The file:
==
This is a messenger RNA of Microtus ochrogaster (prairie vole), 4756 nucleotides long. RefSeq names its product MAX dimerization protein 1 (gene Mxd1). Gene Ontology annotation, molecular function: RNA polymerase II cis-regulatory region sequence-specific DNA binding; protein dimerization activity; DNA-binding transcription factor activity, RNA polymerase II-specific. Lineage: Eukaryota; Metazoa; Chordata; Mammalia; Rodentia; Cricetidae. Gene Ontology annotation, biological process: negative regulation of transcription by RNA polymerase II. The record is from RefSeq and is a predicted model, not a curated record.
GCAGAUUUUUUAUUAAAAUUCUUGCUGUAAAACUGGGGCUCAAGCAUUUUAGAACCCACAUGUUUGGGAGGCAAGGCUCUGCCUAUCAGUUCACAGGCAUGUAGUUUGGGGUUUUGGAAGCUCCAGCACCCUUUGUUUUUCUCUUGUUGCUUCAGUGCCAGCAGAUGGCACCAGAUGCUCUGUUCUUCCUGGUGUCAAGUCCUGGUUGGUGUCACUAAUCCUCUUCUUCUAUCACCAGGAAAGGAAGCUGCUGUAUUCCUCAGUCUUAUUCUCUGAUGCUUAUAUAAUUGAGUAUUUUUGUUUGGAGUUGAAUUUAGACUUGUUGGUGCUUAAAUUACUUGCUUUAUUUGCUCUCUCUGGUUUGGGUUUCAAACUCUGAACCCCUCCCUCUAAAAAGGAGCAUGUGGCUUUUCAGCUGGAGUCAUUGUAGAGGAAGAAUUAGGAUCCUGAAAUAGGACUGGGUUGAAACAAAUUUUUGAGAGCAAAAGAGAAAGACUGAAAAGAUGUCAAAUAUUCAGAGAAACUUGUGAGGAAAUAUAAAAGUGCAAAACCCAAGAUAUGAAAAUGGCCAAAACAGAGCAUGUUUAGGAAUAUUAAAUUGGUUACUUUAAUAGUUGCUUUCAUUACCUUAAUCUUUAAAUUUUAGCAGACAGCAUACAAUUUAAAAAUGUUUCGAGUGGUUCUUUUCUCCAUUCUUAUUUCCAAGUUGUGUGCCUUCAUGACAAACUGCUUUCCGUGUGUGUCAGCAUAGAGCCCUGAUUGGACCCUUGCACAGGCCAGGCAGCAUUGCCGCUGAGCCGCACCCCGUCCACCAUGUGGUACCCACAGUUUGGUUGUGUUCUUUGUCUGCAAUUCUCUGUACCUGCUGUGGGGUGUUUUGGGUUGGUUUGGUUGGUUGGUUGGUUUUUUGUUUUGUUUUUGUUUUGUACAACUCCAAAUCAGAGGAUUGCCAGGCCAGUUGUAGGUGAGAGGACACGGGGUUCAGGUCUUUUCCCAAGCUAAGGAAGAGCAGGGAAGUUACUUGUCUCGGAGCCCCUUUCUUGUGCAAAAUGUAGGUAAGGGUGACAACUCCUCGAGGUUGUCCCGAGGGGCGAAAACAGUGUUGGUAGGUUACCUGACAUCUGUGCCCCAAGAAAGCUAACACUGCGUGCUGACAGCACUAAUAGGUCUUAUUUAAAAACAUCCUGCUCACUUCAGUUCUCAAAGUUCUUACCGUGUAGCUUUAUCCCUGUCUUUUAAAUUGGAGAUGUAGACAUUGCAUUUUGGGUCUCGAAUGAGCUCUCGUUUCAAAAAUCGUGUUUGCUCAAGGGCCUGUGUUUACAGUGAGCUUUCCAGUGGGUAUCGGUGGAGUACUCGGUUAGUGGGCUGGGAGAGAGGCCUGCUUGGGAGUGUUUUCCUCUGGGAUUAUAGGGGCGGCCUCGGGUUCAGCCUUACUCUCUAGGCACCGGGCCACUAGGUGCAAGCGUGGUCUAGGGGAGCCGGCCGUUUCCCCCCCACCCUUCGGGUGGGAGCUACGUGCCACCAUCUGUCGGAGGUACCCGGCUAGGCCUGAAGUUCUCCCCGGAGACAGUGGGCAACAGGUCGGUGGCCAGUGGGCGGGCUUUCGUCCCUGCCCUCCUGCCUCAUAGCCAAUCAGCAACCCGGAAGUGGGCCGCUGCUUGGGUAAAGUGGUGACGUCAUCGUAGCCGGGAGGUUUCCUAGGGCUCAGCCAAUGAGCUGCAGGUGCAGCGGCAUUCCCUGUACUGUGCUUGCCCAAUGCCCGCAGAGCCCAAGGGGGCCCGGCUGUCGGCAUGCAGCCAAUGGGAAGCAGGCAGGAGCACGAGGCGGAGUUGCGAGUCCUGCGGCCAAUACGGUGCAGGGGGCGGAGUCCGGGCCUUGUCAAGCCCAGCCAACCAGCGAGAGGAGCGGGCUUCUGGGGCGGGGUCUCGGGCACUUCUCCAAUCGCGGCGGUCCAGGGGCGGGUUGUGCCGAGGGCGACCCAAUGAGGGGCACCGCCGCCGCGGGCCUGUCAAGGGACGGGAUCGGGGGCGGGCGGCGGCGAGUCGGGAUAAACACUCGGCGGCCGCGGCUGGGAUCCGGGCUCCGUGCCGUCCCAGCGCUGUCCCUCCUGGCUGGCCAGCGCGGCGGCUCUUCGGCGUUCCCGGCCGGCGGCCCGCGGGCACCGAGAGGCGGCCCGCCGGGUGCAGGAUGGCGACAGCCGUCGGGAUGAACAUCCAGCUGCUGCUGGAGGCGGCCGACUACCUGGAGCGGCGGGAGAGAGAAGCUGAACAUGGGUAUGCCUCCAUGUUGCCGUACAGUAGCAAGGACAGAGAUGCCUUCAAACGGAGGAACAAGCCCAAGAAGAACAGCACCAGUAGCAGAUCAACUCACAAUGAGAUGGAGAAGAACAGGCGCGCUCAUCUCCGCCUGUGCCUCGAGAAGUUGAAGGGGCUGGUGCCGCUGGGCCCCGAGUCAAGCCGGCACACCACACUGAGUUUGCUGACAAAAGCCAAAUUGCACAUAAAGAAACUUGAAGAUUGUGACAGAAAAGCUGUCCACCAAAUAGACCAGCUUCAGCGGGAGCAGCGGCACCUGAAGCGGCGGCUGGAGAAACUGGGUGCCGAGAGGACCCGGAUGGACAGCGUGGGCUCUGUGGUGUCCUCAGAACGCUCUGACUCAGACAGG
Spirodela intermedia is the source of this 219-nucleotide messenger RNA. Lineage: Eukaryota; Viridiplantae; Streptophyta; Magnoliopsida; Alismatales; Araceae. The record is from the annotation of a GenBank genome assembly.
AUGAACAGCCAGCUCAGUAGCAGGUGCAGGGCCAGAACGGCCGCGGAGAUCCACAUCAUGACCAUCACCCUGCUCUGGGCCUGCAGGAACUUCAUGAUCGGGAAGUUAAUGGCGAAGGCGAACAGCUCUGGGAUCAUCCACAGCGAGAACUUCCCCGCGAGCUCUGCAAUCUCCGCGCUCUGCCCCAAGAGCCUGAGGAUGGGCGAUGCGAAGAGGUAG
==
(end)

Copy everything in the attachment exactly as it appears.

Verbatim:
This is a messenger RNA of Microtus ochrogaster (prairie vole), 4756 nucleotides long. RefSeq names its product MAX dimerization protein 1 (gene Mxd1). Gene Ontology annotation, molecular function: RNA polymerase II cis-regulatory region sequence-specific DNA binding; protein dimerization activity; DNA-binding transcription factor activity, RNA polymerase II-specific. Lineage: Eukaryota; Metazoa; Chordata; Mammalia; Rodentia; Cricetidae. Gene Ontology annotation, biological process: negative regulation of transcription by RNA polymerase II. The record is from RefSeq and is a predicted model, not a curated record.
GCAGAUUUUUUAUUAAAAUUCUUGCUGUAAAACUGGGGCUCAAGCAUUUUAGAACCCACAUGUUUGGGAGGCAAGGCUCUGCCUAUCAGUUCACAGGCAUGUAGUUUGGGGUUUUGGAAGCUCCAGCACCCUUUGUUUUUCUCUUGUUGCUUCAGUGCCAGCAGAUGGCACCAGAUGCUCUGUUCUUCCUGGUGUCAAGUCCUGGUUGGUGUCACUAAUCCUCUUCUUCUAUCACCAGGAAAGGAAGCUGCUGUAUUCCUCAGUCUUAUUCUCUGAUGCUUAUAUAAUUGAGUAUUUUUGUUUGGAGUUGAAUUUAGACUUGUUGGUGCUUAAAUUACUUGCUUUAUUUGCUCUCUCUGGUUUGGGUUUCAAACUCUGAACCCCUCCCUCUAAAAAGGAGCAUGUGGCUUUUCAGCUGGAGUCAUUGUAGAGGAAGAAUUAGGAUCCUGAAAUAGGACUGGGUUGAAACAAAUUUUUGAGAGCAAAAGAGAAAGACUGAAAAGAUGUCAAAUAUUCAGAGAAACUUGUGAGGAAAUAUAAAAGUGCAAAACCCAAGAUAUGAAAAUGGCCAAAACAGAGCAUGUUUAGGAAUAUUAAAUUGGUUACUUUAAUAGUUGCUUUCAUUACCUUAAUCUUUAAAUUUUAGCAGACAGCAUACAAUUUAAAAAUGUUUCGAGUGGUUCUUUUCUCCAUUCUUAUUUCCAAGUUGUGUGCCUUCAUGACAAACUGCUUUCCGUGUGUGUCAGCAUAGAGCCCUGAUUGGACCCUUGCACAGGCCAGGCAGCAUUGCCGCUGAGCCGCACCCCGUCCACCAUGUGGUACCCACAGUUUGGUUGUGUUCUUUGUCUGCAAUUCUCUGUACCUGCUGUGGGGUGUUUUGGGUUGGUUUGGUUGGUUGGUUGGUUUUUUGUUUUGUUUUUGUUUUGUACAACUCCAAAUCAGAGGAUUGCCAGGCCAGUUGUAGGUGAGAGGACACGGGGUUCAGGUCUUUUCCCAAGCUAAGGAAGAGCAGGGAAGUUACUUGUCUCGGAGCCCCUUUCUUGUGCAAAAUGUAGGUAAGGGUGACAACUCCUCGAGGUUGUCCCGAGGGGCGAAAACAGUGUUGGUAGGUUACCUGACAUCUGUGCCCCAAGAAAGCUAACACUGCGUGCUGACAGCACUAAUAGGUCUUAUUUAAAAACAUCCUGCUCACUUCAGUUCUCAAAGUUCUUACCGUGUAGCUUUAUCCCUGUCUUUUAAAUUGGAGAUGUAGACAUUGCAUUUUGGGUCUCGAAUGAGCUCUCGUUUCAAAAAUCGUGUUUGCUCAAGGGCCUGUGUUUACAGUGAGCUUUCCAGUGGGUAUCGGUGGAGUACUCGGUUAGUGGGCUGGGAGAGAGGCCUGCUUGGGAGUGUUUUCCUCUGGGAUUAUAGGGGCGGCCUCGGGUUCAGCCUUACUCUCUAGGCACCGGGCCACUAGGUGCAAGCGUGGUCUAGGGGAGCCGGCCGUUUCCCCCCCACCCUUCGGGUGGGAGCUACGUGCCACCAUCUGUCGGAGGUACCCGGCUAGGCCUGAAGUUCUCCCCGGAGACAGUGGGCAACAGGUCGGUGGCCAGUGGGCGGGCUUUCGUCCCUGCCCUCCUGCCUCAUAGCCAAUCAGCAACCCGGAAGUGGGCCGCUGCUUGGGUAAAGUGGUGACGUCAUCGUAGCCGGGAGGUUUCCUAGGGCUCAGCCAAUGAGCUGCAGGUGCAGCGGCAUUCCCUGUACUGUGCUUGCCCAAUGCCCGCAGAGCCCAAGGGGGCCCGGCUGUCGGCAUGCAGCCAAUGGGAAGCAGGCAGGAGCACGAGGCGGAGUUGCGAGUCCUGCGGCCAAUACGGUGCAGGGGGCGGAGUCCGGGCCUUGUCAAGCCCAGCCAACCAGCGAGAGGAGCGGGCUUCUGGGGCGGGGUCUCGGGCACUUCUCCAAUCGCGGCGGUCCAGGGGCGGGUUGUGCCGAGGGCGACCCAAUGAGGGGCACCGCCGCCGCGGGCCUGUCAAGGGACGGGAUCGGGGGCGGGCGGCGGCGAGUCGGGAUAAACACUCGGCGGCCGCGGCUGGGAUCCGGGCUCCGUGCCGUCCCAGCGCUGUCCCUCCUGGCUGGCCAGCGCGGCGGCUCUUCGGCGUUCCCGGCCGGCGGCCCGCGGGCACCGAGAGGCGGCCCGCCGGGUGCAGGAUGGCGACAGCCGUCGGGAUGAACAUCCAGCUGCUGCUGGAGGCGGCCGACUACCUGGAGCGGCGGGAGAGAGAAGCUGAACAUGGGUAUGCCUCCAUGUUGCCGUACAGUAGCAAGGACAGAGAUGCCUUCAAACGGAGGAACAAGCCCAAGAAGAACAGCACCAGUAGCAGAUCAACUCACAAUGAGAUGGAGAAGAACAGGCGCGCUCAUCUCCGCCUGUGCCUCGAGAAGUUGAAGGGGCUGGUGCCGCUGGGCCCCGAGUCAAGCCGGCACACCACACUGAGUUUGCUGACAAAAGCCAAAUUGCACAUAAAGAAACUUGAAGAUUGUGACAGAAAAGCUGUCCACCAAAUAGACCAGCUUCAGCGGGAGCAGCGGCACCUGAAGCGGCGGCUGGAGAAACUGGGUGCCGAGAGGACCCGGAUGGACAGCGUGGGCUCUGUGGUGUCCUCAGAACGCUCUGACUCAGACAGG
Spirodela intermedia is the source of this 219-nucleotide messenger RNA. Lineage: Eukaryota; Viridiplantae; Streptophyta; Magnoliopsida; Alismatales; Araceae. The record is from the annotation of a GenBank genome assembly.
AUGAACAGCCAGCUCAGUAGCAGGUGCAGGGCCAGAACGGCCGCGGAGAUCCACAUCAUGACCAUCACCCUGCUCUGGGCCUGCAGGAACUUCAUGAUCGGGAAGUUAAUGGCGAAGGCGAACAGCUCUGGGAUCAUCCACAGCGAGAACUUCCCCGCGAGCUCUGCAAUCUCCGCGCUCUGCCCCAAGAGCCUGAGGAUGGGCGAUGCGAAGAGGUAG